Mitt Romney’s family has been a prominent presence in business, politics and Mormonism, since the mid-19th century, but the first famous Romney rose to prominence in the art world. George Romney, Mr. Romney’s great great great great grandfather, was a renowned British portraitist whose work hangs in museums around the world including the Louvre and the Met.
According to a biography written in 1901 by Rowley Cleeve, George Romney was born in 1734 in Kendal, a small town in England’s Cumbria County to parents who were ”in humble cricumstances.” His father, who made furniture, had him taken out of school when he was 11-years-old because, in Cleeve’s words, “he made very slight progress with his studies, and preferred to spend his time in sketching or in copying the pictures that he found in papers or books.”
After leaving school, George Romney eventually became apprenticed to a local painter named Steele. He met his wife, Mary Abbott, in 1756 after Steele “eloped with a young lady who was one of his pupils.”
“Romney had to assist him in his arrangements. They were difficult and involved a vast amount of trouble and exposure to night air at a time when the youth was far from strong. … Romney fell ill of a fever and was nursed by a domestic servant named Mary Abbott. With this young person the artist fell violently in love and on recovering from his illness married her,” Cleeve wrote.
In 1767, George went to London to further his art career. He stayed there for the next 37 years and during this time, Cleeve says, he didn’t see his wife “with the exception of brief visits in 1767 and 1779.” Mr. Romney also journeyed to France and Italy where he had an audience with Pope Clement XIV who allowed him to “have scaffolding specially erected in the Vatican that he might study the works of Raphael.” He eventually returned to his family “as an invalid” and his wife “received him lovingly and nursed him with great devotion till his death” in 1802.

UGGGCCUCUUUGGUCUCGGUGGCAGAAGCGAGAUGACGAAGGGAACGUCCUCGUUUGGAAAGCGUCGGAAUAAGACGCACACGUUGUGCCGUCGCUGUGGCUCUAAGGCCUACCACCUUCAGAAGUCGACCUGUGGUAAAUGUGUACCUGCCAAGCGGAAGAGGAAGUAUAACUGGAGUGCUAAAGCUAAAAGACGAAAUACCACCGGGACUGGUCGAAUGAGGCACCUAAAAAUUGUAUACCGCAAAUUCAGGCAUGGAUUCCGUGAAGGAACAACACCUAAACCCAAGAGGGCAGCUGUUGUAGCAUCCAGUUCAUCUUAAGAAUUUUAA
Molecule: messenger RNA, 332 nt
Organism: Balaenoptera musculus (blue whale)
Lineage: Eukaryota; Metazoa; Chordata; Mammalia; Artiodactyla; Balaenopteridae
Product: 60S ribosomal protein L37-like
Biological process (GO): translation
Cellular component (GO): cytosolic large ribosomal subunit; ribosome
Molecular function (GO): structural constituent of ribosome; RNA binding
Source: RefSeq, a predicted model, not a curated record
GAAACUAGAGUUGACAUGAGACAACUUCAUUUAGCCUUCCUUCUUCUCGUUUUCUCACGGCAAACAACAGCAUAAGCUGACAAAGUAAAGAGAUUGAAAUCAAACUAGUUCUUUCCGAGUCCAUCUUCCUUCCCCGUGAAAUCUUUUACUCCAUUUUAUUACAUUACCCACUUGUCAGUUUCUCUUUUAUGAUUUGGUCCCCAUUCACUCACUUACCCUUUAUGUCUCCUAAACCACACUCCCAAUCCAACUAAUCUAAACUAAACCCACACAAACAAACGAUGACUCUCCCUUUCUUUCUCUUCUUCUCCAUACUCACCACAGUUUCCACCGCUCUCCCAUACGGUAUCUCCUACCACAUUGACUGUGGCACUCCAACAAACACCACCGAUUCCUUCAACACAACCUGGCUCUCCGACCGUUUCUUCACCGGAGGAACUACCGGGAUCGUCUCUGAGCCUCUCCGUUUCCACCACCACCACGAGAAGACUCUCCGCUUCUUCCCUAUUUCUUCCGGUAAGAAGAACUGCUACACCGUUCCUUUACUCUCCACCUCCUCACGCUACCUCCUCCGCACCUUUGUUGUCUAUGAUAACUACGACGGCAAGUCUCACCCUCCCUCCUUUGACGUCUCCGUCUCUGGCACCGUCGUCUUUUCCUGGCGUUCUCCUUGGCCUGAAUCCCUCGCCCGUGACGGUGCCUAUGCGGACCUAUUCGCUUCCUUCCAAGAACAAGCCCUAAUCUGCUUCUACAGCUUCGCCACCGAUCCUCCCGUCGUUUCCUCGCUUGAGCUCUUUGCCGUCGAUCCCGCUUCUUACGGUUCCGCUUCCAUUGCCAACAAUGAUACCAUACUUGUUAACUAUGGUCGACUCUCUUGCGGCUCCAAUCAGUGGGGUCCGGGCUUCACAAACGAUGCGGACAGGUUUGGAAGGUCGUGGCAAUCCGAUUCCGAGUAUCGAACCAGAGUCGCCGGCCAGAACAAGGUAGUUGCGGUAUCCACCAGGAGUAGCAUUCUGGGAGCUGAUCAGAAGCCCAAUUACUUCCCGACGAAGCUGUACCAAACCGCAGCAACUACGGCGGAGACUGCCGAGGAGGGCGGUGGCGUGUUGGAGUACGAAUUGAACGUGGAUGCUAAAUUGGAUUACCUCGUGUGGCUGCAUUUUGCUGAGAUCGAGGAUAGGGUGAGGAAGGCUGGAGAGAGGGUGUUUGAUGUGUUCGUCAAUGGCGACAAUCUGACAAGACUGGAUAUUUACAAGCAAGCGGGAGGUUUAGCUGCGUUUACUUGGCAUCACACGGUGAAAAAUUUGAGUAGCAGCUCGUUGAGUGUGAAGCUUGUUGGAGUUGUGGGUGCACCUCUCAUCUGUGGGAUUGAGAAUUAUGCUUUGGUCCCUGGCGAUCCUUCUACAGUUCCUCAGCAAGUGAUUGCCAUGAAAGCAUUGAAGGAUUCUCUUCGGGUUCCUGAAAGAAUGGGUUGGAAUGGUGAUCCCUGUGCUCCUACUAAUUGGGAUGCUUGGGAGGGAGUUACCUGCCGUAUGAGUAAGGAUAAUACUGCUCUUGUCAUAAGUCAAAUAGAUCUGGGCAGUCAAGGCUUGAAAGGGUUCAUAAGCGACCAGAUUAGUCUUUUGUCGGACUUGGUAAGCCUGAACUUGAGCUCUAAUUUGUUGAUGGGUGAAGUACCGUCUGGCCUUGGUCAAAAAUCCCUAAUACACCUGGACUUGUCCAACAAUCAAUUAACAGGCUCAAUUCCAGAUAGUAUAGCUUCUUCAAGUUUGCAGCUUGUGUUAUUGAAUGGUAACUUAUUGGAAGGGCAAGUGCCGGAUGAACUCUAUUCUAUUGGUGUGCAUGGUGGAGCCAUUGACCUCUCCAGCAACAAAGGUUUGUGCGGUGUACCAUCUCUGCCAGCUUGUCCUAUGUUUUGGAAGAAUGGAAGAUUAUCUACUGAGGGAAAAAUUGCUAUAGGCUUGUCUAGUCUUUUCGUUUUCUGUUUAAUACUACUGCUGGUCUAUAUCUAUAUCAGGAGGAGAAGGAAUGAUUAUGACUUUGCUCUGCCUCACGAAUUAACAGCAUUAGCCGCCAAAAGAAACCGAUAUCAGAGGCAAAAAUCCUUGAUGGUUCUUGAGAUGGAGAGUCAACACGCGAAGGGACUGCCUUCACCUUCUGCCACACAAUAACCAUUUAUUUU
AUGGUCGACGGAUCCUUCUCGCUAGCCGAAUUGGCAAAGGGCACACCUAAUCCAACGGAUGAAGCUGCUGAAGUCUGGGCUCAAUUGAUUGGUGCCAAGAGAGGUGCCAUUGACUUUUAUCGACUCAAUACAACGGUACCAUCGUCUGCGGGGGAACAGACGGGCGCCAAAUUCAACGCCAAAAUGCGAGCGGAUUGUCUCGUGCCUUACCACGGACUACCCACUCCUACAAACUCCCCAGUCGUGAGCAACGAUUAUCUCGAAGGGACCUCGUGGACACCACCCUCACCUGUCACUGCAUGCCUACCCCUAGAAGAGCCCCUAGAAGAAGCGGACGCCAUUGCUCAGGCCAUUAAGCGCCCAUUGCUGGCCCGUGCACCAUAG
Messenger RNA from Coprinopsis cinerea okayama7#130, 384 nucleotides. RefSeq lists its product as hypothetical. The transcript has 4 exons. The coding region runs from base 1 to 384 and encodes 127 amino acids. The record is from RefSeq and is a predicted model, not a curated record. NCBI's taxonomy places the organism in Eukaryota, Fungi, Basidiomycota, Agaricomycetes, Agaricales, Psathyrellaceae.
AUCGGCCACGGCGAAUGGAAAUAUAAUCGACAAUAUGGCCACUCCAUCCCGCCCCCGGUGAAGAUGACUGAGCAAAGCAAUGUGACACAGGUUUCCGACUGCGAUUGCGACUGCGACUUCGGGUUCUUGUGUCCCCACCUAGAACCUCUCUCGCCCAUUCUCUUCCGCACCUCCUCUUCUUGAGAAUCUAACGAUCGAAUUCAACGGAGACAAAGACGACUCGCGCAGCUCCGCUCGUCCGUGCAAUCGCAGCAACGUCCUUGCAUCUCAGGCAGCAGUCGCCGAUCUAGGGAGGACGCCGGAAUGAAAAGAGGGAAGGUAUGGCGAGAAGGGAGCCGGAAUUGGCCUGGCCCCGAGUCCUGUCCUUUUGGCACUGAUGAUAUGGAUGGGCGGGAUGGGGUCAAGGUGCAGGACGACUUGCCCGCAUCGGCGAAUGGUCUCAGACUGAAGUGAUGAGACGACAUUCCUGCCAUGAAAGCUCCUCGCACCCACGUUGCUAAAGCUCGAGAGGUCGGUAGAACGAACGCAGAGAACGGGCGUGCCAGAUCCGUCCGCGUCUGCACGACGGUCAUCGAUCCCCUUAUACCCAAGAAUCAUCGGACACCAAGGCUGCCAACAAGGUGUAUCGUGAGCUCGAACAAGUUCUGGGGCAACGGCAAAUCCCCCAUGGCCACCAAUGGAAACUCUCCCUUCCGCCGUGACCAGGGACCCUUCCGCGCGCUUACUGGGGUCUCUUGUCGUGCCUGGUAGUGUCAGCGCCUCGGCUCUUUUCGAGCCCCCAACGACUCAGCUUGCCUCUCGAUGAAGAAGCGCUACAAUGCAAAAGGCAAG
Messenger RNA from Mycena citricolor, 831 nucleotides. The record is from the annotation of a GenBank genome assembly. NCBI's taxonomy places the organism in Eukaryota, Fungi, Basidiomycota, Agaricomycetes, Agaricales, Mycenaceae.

Check out our slideshow to see examples of George’s paintings.
This self portait painted by George Romney is in the hands of a private collector. We found it on the website of the Romney Society, which is dedicated to his work and "organises a programme for members which includes six or seven lectures a year, trips to galleries and historic houses to view paintings by George Romney, together with several social events." (Photo: Romney-Society.org.uk)
Lady Emma Hamilton
Lady Hamilton, the daughter of a blacksmith, was George Romney's muse. He painted more than 50 portraits of her including many where he placed her in the guise of important historical figures including Joan of Arc. This picture is in the collection of Britain's National Portrait Gallery, which describes Lady Hamilton as having " had a spectacularly successful career as mistress to a succession of older men, finally marrying Sir William Hamilton, the British envoy in Naples." Lady Hamilton's lovers included the English naval hero Admiral Horatio Nelson. (Photo: NPG.org.uk)
Sir William Hamilton
George Romney also painted Lady Hamilton's husband, Sir William Hamilton. This picture belongs to the collection of the U.S. National Gallery of Art. (Photo: NGA.gov)
Mrs. Thomas Scott Jackson